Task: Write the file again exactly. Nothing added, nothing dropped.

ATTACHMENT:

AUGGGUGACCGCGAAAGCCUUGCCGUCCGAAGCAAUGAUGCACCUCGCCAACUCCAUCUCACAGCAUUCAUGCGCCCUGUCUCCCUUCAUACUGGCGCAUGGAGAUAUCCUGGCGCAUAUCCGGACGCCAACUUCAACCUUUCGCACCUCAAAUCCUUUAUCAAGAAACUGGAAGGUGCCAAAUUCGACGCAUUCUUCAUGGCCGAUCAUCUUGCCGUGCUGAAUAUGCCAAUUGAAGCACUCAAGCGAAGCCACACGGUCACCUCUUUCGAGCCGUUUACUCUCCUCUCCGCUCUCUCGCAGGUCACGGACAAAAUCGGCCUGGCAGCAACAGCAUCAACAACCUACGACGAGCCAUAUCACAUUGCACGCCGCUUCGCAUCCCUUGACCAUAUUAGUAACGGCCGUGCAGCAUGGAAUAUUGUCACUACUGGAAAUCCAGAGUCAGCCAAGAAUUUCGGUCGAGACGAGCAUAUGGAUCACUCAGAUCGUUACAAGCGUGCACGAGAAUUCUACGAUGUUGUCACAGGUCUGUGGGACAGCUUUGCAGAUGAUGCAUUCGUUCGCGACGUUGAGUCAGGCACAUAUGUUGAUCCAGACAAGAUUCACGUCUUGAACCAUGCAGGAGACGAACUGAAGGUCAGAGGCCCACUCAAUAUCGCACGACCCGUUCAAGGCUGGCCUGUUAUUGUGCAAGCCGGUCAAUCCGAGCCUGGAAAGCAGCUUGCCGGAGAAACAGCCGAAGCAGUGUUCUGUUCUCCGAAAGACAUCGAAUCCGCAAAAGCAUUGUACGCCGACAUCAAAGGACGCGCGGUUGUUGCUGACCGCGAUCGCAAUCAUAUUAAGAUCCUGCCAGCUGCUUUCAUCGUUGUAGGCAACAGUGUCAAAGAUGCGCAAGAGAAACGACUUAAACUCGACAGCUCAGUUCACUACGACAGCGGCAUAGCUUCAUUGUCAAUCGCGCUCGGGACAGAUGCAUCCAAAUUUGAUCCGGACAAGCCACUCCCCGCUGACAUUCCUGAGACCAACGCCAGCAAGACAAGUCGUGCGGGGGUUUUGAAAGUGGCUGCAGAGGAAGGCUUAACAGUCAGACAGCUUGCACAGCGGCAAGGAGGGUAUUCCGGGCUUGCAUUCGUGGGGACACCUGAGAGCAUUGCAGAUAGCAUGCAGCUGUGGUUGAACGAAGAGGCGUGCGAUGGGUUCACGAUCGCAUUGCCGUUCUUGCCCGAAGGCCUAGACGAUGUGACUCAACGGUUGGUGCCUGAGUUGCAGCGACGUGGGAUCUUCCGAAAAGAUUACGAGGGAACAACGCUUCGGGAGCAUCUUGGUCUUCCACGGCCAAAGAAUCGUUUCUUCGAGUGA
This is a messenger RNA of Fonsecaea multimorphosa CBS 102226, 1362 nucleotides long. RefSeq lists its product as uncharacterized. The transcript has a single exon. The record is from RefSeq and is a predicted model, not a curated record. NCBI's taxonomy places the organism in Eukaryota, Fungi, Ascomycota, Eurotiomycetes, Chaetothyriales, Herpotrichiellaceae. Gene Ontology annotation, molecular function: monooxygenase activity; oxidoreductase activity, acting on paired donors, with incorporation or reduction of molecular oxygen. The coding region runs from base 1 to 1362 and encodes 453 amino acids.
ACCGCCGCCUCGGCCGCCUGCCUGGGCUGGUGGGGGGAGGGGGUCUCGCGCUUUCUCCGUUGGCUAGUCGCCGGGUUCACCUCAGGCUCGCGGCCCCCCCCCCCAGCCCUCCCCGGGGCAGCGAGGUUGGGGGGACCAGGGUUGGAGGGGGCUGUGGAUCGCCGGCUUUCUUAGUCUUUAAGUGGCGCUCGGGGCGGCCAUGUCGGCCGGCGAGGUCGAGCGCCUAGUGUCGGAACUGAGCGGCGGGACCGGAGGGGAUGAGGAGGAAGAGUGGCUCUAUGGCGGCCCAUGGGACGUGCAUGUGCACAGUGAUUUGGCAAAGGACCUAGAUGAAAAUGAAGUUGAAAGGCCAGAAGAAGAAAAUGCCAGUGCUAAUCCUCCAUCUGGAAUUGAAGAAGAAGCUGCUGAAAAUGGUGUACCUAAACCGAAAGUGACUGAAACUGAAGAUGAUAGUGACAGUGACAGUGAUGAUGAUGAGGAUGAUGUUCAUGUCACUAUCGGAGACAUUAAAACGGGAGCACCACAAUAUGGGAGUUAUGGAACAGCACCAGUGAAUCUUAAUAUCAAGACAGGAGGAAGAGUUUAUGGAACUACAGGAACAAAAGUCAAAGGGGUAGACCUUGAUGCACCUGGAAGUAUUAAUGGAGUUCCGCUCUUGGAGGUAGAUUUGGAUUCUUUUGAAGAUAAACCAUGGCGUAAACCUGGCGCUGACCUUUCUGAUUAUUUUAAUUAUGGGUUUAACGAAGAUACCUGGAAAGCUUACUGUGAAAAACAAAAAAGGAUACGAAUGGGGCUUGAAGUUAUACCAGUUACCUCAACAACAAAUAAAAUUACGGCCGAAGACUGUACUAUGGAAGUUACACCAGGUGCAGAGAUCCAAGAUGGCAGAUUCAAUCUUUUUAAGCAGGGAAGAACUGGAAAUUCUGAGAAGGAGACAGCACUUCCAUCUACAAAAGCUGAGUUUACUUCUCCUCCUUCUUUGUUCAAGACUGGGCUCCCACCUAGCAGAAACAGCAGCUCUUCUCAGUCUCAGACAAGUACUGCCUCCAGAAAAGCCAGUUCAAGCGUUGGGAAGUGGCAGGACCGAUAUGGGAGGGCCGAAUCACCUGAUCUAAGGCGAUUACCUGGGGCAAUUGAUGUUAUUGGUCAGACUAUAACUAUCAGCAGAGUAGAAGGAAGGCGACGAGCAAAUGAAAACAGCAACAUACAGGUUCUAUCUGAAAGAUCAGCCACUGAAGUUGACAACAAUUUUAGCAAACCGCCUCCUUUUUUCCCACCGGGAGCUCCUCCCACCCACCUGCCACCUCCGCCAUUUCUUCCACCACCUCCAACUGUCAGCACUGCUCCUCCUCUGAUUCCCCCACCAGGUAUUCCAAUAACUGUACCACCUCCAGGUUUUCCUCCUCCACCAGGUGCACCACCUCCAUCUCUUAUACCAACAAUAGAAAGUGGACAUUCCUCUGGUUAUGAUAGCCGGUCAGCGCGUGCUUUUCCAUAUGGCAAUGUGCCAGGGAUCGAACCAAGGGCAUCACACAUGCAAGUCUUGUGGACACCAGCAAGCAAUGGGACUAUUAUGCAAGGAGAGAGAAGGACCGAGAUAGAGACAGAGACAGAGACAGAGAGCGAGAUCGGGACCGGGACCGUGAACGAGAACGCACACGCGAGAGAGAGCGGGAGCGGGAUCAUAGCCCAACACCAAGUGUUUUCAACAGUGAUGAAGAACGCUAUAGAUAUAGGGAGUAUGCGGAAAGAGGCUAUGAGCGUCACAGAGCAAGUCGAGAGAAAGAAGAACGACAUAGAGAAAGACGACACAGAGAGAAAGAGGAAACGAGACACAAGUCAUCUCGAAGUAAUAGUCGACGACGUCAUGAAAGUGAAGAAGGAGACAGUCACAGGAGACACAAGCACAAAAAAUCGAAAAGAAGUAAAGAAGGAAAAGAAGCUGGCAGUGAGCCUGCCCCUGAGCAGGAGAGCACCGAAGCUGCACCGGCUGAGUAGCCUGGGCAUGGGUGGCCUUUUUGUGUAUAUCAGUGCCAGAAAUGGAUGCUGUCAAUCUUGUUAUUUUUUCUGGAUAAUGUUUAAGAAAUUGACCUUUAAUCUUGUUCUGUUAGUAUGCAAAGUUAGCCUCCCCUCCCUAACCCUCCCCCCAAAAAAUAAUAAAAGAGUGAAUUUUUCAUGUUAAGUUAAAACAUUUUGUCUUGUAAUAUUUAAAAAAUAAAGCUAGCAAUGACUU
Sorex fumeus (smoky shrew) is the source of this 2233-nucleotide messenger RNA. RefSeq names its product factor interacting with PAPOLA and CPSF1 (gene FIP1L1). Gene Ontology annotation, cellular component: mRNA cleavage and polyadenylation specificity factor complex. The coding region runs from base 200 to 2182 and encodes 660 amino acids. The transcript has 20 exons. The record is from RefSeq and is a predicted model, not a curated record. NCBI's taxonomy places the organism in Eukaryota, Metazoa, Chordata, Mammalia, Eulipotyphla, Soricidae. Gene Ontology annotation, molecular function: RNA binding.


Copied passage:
AUGGGUGACCGCGAAAGCCUUGCCGUCCGAAGCAAUGAUGCACCUCGCCAACUCCAUCUCACAGCAUUCAUGCGCCCUGUCUCCCUUCAUACUGGCGCAUGGAGAUAUCCUGGCGCAUAUCCGGACGCCAACUUCAACCUUUCGCACCUCAAAUCCUUUAUCAAGAAACUGGAAGGUGCCAAAUUCGACGCAUUCUUCAUGGCCGAUCAUCUUGCCGUGCUGAAUAUGCCAAUUGAAGCACUCAAGCGAAGCCACACGGUCACCUCUUUCGAGCCGUUUACUCUCCUCUCCGCUCUCUCGCAGGUCACGGACAAAAUCGGCCUGGCAGCAACAGCAUCAACAACCUACGACGAGCCAUAUCACAUUGCACGCCGCUUCGCAUCCCUUGACCAUAUUAGUAACGGCCGUGCAGCAUGGAAUAUUGUCACUACUGGAAAUCCAGAGUCAGCCAAGAAUUUCGGUCGAGACGAGCAUAUGGAUCACUCAGAUCGUUACAAGCGUGCACGAGAAUUCUACGAUGUUGUCACAGGUCUGUGGGACAGCUUUGCAGAUGAUGCAUUCGUUCGCGACGUUGAGUCAGGCACAUAUGUUGAUCCAGACAAGAUUCACGUCUUGAACCAUGCAGGAGACGAACUGAAGGUCAGAGGCCCACUCAAUAUCGCACGACCCGUUCAAGGCUGGCCUGUUAUUGUGCAAGCCGGUCAAUCCGAGCCUGGAAAGCAGCUUGCCGGAGAAACAGCCGAAGCAGUGUUCUGUUCUCCGAAAGACAUCGAAUCCGCAAAAGCAUUGUACGCCGACAUCAAAGGACGCGCGGUUGUUGCUGACCGCGAUCGCAAUCAUAUUAAGAUCCUGCCAGCUGCUUUCAUCGUUGUAGGCAACAGUGUCAAAGAUGCGCAAGAGAAACGACUUAAACUCGACAGCUCAGUUCACUACGACAGCGGCAUAGCUUCAUUGUCAAUCGCGCUCGGGACAGAUGCAUCCAAAUUUGAUCCGGACAAGCCACUCCCCGCUGACAUUCCUGAGACCAACGCCAGCAAGACAAGUCGUGCGGGGGUUUUGAAAGUGGCUGCAGAGGAAGGCUUAACAGUCAGACAGCUUGCACAGCGGCAAGGAGGGUAUUCCGGGCUUGCAUUCGUGGGGACACCUGAGAGCAUUGCAGAUAGCAUGCAGCUGUGGUUGAACGAAGAGGCGUGCGAUGGGUUCACGAUCGCAUUGCCGUUCUUGCCCGAAGGCCUAGACGAUGUGACUCAACGGUUGGUGCCUGAGUUGCAGCGACGUGGGAUCUUCCGAAAAGAUUACGAGGGAACAACGCUUCGGGAGCAUCUUGGUCUUCCACGGCCAAAGAAUCGUUUCUUCGAGUGA
This is a messenger RNA of Fonsecaea multimorphosa CBS 102226, 1362 nucleotides long. RefSeq lists its product as uncharacterized. The transcript has a single exon. The record is from RefSeq and is a predicted model, not a curated record. NCBI's taxonomy places the organism in Eukaryota, Fungi, Ascomycota, Eurotiomycetes, Chaetothyriales, Herpotrichiellaceae. Gene Ontology annotation, molecular function: monooxygenase activity; oxidoreductase activity, acting on paired donors, with incorporation or reduction of molecular oxygen. The coding region runs from base 1 to 1362 and encodes 453 amino acids.
ACCGCCGCCUCGGCCGCCUGCCUGGGCUGGUGGGGGGAGGGGGUCUCGCGCUUUCUCCGUUGGCUAGUCGCCGGGUUCACCUCAGGCUCGCGGCCCCCCCCCCCAGCCCUCCCCGGGGCAGCGAGGUUGGGGGGACCAGGGUUGGAGGGGGCUGUGGAUCGCCGGCUUUCUUAGUCUUUAAGUGGCGCUCGGGGCGGCCAUGUCGGCCGGCGAGGUCGAGCGCCUAGUGUCGGAACUGAGCGGCGGGACCGGAGGGGAUGAGGAGGAAGAGUGGCUCUAUGGCGGCCCAUGGGACGUGCAUGUGCACAGUGAUUUGGCAAAGGACCUAGAUGAAAAUGAAGUUGAAAGGCCAGAAGAAGAAAAUGCCAGUGCUAAUCCUCCAUCUGGAAUUGAAGAAGAAGCUGCUGAAAAUGGUGUACCUAAACCGAAAGUGACUGAAACUGAAGAUGAUAGUGACAGUGACAGUGAUGAUGAUGAGGAUGAUGUUCAUGUCACUAUCGGAGACAUUAAAACGGGAGCACCACAAUAUGGGAGUUAUGGAACAGCACCAGUGAAUCUUAAUAUCAAGACAGGAGGAAGAGUUUAUGGAACUACAGGAACAAAAGUCAAAGGGGUAGACCUUGAUGCACCUGGAAGUAUUAAUGGAGUUCCGCUCUUGGAGGUAGAUUUGGAUUCUUUUGAAGAUAAACCAUGGCGUAAACCUGGCGCUGACCUUUCUGAUUAUUUUAAUUAUGGGUUUAACGAAGAUACCUGGAAAGCUUACUGUGAAAAACAAAAAAGGAUACGAAUGGGGCUUGAAGUUAUACCAGUUACCUCAACAACAAAUAAAAUUACGGCCGAAGACUGUACUAUGGAAGUUACACCAGGUGCAGAGAUCCAAGAUGGCAGAUUCAAUCUUUUUAAGCAGGGAAGAACUGGAAAUUCUGAGAAGGAGACAGCACUUCCAUCUACAAAAGCUGAGUUUACUUCUCCUCCUUCUUUGUUCAAGACUGGGCUCCCACCUAGCAGAAACAGCAGCUCUUCUCAGUCUCAGACAAGUACUGCCUCCAGAAAAGCCAGUUCAAGCGUUGGGAAGUGGCAGGACCGAUAUGGGAGGGCCGAAUCACCUGAUCUAAGGCGAUUACCUGGGGCAAUUGAUGUUAUUGGUCAGACUAUAACUAUCAGCAGAGUAGAAGGAAGGCGACGAGCAAAUGAAAACAGCAACAUACAGGUUCUAUCUGAAAGAUCAGCCACUGAAGUUGACAACAAUUUUAGCAAACCGCCUCCUUUUUUCCCACCGGGAGCUCCUCCCACCCACCUGCCACCUCCGCCAUUUCUUCCACCACCUCCAACUGUCAGCACUGCUCCUCCUCUGAUUCCCCCACCAGGUAUUCCAAUAACUGUACCACCUCCAGGUUUUCCUCCUCCACCAGGUGCACCACCUCCAUCUCUUAUACCAACAAUAGAAAGUGGACAUUCCUCUGGUUAUGAUAGCCGGUCAGCGCGUGCUUUUCCAUAUGGCAAUGUGCCAGGGAUCGAACCAAGGGCAUCACACAUGCAAGUCUUGUGGACACCAGCAAGCAAUGGGACUAUUAUGCAAGGAGAGAGAAGGACCGAGAUAGAGACAGAGACAGAGACAGAGAGCGAGAUCGGGACCGGGACCGUGAACGAGAACGCACACGCGAGAGAGAGCGGGAGCGGGAUCAUAGCCCAACACCAAGUGUUUUCAACAGUGAUGAAGAACGCUAUAGAUAUAGGGAGUAUGCGGAAAGAGGCUAUGAGCGUCACAGAGCAAGUCGAGAGAAAGAAGAACGACAUAGAGAAAGACGACACAGAGAGAAAGAGGAAACGAGACACAAGUCAUCUCGAAGUAAUAGUCGACGACGUCAUGAAAGUGAAGAAGGAGACAGUCACAGGAGACACAAGCACAAAAAAUCGAAAAGAAGUAAAGAAGGAAAAGAAGCUGGCAGUGAGCCUGCCCCUGAGCAGGAGAGCACCGAAGCUGCACCGGCUGAGUAGCCUGGGCAUGGGUGGCCUUUUUGUGUAUAUCAGUGCCAGAAAUGGAUGCUGUCAAUCUUGUUAUUUUUUCUGGAUAAUGUUUAAGAAAUUGACCUUUAAUCUUGUUCUGUUAGUAUGCAAAGUUAGCCUCCCCUCCCUAACCCUCCCCCCAAAAAAUAAUAAAAGAGUGAAUUUUUCAUGUUAAGUUAAAACAUUUUGUCUUGUAAUAUUUAAAAAAUAAAGCUAGCAAUGACUU
Sorex fumeus (smoky shrew) is the source of this 2233-nucleotide messenger RNA. RefSeq names its product factor interacting with PAPOLA and CPSF1 (gene FIP1L1). Gene Ontology annotation, cellular component: mRNA cleavage and polyadenylation specificity factor complex. The coding region runs from base 200 to 2182 and encodes 660 amino acids. The transcript has 20 exons. The record is from RefSeq and is a predicted model, not a curated record. NCBI's taxonomy places the organism in Eukaryota, Metazoa, Chordata, Mammalia, Eulipotyphla, Soricidae. Gene Ontology annotation, molecular function: RNA binding.